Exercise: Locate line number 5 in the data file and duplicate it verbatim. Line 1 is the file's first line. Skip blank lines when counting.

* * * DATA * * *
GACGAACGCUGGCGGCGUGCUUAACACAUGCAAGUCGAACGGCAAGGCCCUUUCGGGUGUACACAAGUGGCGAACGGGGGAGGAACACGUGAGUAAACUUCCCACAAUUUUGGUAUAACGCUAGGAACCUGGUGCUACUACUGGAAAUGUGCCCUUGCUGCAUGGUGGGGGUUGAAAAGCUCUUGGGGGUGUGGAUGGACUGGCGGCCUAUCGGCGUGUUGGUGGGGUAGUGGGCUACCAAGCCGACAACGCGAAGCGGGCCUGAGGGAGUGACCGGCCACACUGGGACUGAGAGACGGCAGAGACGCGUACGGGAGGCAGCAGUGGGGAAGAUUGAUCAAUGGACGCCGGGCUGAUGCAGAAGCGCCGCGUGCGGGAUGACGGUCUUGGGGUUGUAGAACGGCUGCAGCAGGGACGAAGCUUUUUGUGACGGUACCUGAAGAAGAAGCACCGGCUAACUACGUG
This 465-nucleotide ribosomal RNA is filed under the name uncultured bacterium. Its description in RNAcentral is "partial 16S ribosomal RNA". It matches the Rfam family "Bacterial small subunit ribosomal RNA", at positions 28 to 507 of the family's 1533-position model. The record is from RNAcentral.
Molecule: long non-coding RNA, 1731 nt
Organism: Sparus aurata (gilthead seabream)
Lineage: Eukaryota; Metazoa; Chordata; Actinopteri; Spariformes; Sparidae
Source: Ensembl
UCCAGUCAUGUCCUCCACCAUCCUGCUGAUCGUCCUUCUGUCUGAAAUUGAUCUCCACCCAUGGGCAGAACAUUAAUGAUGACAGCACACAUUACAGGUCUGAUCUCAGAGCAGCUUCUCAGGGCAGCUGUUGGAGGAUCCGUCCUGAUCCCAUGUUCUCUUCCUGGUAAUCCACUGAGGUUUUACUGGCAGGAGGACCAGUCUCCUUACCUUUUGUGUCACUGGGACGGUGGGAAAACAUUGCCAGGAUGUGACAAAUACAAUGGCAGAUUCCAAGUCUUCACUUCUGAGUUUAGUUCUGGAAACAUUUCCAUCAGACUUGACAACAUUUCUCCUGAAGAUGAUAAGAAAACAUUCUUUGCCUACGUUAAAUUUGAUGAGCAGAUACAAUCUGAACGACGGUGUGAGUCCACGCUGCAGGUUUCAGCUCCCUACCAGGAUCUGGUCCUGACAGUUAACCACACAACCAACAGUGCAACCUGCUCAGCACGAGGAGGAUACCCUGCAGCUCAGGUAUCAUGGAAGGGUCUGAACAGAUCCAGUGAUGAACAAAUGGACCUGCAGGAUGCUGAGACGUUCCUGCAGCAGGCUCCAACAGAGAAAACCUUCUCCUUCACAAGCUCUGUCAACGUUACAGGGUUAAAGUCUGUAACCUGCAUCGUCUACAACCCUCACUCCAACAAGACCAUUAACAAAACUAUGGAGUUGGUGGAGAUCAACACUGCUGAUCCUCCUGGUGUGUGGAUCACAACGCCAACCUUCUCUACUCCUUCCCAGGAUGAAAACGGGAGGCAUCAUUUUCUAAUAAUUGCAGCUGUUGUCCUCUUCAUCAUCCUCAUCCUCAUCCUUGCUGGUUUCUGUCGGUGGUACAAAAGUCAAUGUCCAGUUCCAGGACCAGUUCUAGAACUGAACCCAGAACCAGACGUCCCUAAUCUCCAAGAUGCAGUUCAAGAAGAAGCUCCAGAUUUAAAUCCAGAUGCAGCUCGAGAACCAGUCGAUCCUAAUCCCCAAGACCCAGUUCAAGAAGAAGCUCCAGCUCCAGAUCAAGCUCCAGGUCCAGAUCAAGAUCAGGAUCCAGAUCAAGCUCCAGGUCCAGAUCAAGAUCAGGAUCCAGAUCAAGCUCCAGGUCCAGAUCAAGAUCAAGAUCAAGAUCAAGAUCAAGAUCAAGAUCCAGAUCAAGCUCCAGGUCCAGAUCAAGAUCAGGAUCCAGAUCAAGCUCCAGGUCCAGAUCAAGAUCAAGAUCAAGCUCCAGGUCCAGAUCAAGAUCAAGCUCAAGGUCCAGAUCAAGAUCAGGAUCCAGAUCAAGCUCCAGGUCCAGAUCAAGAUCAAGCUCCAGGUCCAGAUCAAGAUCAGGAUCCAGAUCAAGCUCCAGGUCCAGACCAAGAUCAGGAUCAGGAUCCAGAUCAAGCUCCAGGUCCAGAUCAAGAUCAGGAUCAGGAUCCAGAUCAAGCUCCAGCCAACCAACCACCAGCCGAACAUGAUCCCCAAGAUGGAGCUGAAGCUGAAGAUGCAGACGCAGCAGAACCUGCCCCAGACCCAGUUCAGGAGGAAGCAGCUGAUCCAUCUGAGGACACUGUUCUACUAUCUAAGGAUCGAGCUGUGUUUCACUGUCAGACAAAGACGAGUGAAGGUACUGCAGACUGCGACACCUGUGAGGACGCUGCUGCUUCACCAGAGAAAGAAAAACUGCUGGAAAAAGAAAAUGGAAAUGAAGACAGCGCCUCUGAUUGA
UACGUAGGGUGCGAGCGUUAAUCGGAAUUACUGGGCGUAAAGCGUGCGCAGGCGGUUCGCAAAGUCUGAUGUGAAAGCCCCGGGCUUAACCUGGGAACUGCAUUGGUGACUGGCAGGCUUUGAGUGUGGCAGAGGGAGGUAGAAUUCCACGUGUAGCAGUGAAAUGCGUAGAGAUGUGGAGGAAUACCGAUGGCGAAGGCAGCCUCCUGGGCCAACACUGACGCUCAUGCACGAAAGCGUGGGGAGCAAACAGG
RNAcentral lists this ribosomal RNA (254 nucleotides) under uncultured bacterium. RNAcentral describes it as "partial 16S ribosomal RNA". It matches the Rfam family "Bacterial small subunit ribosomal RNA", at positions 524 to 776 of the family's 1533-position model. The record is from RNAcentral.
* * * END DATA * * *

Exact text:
Lineage: Eukaryota; Metazoa; Chordata; Actinopteri; Spariformes; Sparidae